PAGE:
The Saudi government will assist government in building mosques, the Islamic university: Bangladesh PM
Bangladesh Prime Minister Sheikh Hasina today announced that her government will construct 560 model mosques and an Islamic university with the Saudi assistance, in an attempt to woo hardline Islamists ahead of the parliamentary elections scheduled next month.
Speaking at an Islamic clerics rally in Dhaka, Ms Hasina urged the clerics not to be agitated by anti-Islam propaganda on social media, saying her government has enacted tougher laws to expose to justice perpetrators of any malicious campaign regarding the religion.
"I know that a lot of propaganda spreads on social media…do not pay any heed to them," she said.
The premier said that her government has introduced tough cyber-crime laws to deal with such malicious campaigns and "anyone who spreads such false information would be exposed to justice."
She said the Saudi government will assist her government in building the mosques and the Islamic university, the Dhaka Tribune reported.
Ms Hasina's Awami League party is considered as the secular party while her rival Khaleda Zia's Bangladesh Nationalist Party (BNP) is close to hardliners.
Her move to build hundreds of mosques is seen as an attempt to woo Islamist voters who have been traditionally voting for Zia's BNP and her ally Jamaat-e-Islami, say to experts.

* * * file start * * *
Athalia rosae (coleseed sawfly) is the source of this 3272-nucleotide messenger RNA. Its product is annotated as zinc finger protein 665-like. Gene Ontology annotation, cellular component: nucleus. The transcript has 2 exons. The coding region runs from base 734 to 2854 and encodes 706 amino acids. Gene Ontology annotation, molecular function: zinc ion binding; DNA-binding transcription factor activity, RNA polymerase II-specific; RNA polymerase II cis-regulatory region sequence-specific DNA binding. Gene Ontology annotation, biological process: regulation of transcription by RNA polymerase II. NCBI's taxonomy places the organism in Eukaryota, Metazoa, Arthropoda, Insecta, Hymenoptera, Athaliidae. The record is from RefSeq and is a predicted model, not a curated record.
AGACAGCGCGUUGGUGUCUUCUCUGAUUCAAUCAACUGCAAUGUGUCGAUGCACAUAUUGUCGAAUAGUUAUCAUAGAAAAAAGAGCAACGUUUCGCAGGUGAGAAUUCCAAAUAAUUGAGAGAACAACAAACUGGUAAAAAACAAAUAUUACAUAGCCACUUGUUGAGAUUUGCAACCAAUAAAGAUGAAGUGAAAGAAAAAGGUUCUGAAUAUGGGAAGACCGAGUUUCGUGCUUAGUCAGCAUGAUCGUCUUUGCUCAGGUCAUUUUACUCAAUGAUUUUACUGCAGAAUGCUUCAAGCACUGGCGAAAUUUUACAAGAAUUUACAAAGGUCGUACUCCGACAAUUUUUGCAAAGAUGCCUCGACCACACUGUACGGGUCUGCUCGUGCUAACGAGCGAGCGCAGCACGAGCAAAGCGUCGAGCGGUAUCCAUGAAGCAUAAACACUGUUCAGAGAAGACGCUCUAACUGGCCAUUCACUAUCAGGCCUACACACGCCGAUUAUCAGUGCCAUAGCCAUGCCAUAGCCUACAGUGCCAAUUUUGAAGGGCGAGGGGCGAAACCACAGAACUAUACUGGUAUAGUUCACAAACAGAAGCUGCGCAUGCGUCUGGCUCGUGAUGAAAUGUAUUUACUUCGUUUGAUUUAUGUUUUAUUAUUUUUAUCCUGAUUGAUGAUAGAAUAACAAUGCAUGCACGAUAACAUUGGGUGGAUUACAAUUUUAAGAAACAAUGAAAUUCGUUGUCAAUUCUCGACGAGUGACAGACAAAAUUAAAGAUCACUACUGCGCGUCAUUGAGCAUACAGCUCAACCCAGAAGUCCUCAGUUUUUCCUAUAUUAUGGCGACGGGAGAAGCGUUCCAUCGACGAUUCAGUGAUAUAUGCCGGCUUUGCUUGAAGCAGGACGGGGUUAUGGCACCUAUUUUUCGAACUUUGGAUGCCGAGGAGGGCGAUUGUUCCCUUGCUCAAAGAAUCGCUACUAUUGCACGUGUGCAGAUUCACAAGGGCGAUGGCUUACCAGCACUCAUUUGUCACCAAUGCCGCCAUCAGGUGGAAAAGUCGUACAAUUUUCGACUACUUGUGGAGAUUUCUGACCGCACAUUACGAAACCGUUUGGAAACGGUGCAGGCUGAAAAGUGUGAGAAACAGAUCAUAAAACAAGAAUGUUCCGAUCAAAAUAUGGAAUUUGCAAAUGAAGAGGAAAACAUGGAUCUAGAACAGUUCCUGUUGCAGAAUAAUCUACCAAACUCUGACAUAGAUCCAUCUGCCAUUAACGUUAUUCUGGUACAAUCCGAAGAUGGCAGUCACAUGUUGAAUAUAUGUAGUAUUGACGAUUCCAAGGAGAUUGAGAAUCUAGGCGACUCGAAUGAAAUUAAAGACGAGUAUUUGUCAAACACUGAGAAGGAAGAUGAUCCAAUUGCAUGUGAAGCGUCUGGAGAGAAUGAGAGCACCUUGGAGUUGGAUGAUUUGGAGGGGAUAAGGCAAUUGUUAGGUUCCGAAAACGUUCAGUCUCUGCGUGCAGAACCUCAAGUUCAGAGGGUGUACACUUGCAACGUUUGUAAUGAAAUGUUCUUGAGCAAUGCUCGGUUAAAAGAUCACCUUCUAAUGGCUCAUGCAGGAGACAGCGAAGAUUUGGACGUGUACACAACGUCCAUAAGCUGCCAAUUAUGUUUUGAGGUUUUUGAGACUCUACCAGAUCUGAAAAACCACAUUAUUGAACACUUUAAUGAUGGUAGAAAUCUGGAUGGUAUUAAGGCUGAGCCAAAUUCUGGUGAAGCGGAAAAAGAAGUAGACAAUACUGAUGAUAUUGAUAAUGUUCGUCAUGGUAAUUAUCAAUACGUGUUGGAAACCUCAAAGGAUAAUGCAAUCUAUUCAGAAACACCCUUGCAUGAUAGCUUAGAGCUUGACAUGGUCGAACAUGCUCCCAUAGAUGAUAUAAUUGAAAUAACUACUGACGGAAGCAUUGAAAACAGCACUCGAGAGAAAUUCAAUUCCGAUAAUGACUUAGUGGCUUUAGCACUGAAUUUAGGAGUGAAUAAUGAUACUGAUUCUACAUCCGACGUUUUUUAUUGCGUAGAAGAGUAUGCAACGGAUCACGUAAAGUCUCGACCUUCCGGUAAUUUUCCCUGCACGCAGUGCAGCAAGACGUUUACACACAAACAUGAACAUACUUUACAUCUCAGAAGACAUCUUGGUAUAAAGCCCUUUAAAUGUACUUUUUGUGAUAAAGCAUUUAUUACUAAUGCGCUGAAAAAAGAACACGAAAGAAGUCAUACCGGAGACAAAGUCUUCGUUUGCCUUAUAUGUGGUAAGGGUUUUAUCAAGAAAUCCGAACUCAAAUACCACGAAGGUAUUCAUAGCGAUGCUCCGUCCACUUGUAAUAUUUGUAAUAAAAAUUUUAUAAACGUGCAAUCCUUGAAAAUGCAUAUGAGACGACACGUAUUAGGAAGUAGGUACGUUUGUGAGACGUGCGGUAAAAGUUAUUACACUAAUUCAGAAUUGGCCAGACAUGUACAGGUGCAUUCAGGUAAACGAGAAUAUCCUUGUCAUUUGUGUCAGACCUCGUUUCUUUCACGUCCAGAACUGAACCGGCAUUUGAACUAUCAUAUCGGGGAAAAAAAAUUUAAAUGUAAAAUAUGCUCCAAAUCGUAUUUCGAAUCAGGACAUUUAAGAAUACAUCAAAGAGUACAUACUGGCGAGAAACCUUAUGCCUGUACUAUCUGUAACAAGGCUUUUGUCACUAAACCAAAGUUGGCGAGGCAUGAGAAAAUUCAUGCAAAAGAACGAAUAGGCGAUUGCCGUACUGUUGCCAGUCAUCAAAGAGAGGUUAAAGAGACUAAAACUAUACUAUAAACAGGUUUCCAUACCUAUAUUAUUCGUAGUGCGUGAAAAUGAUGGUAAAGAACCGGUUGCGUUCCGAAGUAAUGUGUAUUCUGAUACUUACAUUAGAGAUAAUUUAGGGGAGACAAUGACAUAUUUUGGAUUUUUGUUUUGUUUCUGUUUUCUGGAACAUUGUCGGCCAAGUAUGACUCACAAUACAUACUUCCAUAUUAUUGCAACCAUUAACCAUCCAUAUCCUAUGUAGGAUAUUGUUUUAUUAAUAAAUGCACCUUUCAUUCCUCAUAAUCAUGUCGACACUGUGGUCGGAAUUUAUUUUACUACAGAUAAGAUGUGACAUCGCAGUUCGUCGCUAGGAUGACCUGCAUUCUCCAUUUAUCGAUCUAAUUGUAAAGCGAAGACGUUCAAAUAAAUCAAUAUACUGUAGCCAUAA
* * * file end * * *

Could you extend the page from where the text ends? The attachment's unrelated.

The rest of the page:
The rally was organised by Al-Hiyatul Ulya Lil-Zami'atil Qawmiya Bangladesh, the highest organisation of Dawra-e-Hadith of Qawmi madrasa, to honour the PM following her government's recognition of certifications offered by non-government madrasas as equivalent to postgraduate degrees.
Thousands of students and teachers of Qawmi madrasas attended the rally.
In a rare instance, the government earlier deferred Sunday's public exams to allow teachers and students of the Islamic seminaries to attend the rally.
On September 18, parliament passed a bill to recognise the Dawra-e-Hadith degree as equivalent to a post-graduate degree in Islamic Studies and Arabic.
A large number of students are enrolled in Qawami madrasas in Muslim majority Bangladesh and the government's recognition to its highest degree appeared as a step to woo the Islamic clerics ahead of general elections.
At the rally, Qawmi leaders expressed their desire to see the prime minister in power for a third consecutive term.
"Since Sheikh Hasina has recognised (the top Qawmi madrasa degree) we want her to come to power again, so that she can fulfil the rest of our demands," Qawmi leader Fazlul Karim said.
The speakers said "there is a change in Bangladesh now, and Qawmi leaders were not able to receive a prime minister before, with such warmth, because none had listened to their demands."